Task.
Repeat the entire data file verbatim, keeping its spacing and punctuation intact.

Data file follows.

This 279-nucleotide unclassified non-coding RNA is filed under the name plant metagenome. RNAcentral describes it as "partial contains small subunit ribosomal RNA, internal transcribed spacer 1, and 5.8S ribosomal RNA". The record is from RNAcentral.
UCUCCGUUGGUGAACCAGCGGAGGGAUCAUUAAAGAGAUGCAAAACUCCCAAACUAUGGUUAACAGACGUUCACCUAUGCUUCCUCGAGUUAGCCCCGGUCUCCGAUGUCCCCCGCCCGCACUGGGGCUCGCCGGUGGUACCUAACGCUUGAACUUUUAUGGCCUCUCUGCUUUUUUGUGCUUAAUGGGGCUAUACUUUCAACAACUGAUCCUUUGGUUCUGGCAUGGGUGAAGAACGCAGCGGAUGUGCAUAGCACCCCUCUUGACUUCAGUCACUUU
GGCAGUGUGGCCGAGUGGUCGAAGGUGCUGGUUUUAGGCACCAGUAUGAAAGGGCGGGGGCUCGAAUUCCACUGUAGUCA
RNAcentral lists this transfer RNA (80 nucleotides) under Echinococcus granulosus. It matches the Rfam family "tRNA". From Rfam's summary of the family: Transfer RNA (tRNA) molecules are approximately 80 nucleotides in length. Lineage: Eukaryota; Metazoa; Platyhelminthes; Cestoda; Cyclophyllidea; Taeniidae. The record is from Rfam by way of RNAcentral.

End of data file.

This 279-nucleotide unclassified non-coding RNA is filed under the name plant metagenome. RNAcentral describes it as "partial contains small subunit ribosomal RNA, internal transcribed spacer 1, and 5.8S ribosomal RNA". The record is from RNAcentral.
UCUCCGUUGGUGAACCAGCGGAGGGAUCAUUAAAGAGAUGCAAAACUCCCAAACUAUGGUUAACAGACGUUCACCUAUGCUUCCUCGAGUUAGCCCCGGUCUCCGAUGUCCCCCGCCCGCACUGGGGCUCGCCGGUGGUACCUAACGCUUGAACUUUUAUGGCCUCUCUGCUUUUUUGUGCUUAAUGGGGCUAUACUUUCAACAACUGAUCCUUUGGUUCUGGCAUGGGUGAAGAACGCAGCGGAUGUGCAUAGCACCCCUCUUGACUUCAGUCACUUU
GGCAGUGUGGCCGAGUGGUCGAAGGUGCUGGUUUUAGGCACCAGUAUGAAAGGGCGGGGGCUCGAAUUCCACUGUAGUCA
RNAcentral lists this transfer RNA (80 nucleotides) under Echinococcus granulosus. It matches the Rfam family "tRNA". From Rfam's summary of the family: Transfer RNA (tRNA) molecules are approximately 80 nucleotides in length. Lineage: Eukaryota; Metazoa; Platyhelminthes; Cestoda; Cyclophyllidea; Taeniidae. The record is from Rfam by way of RNAcentral.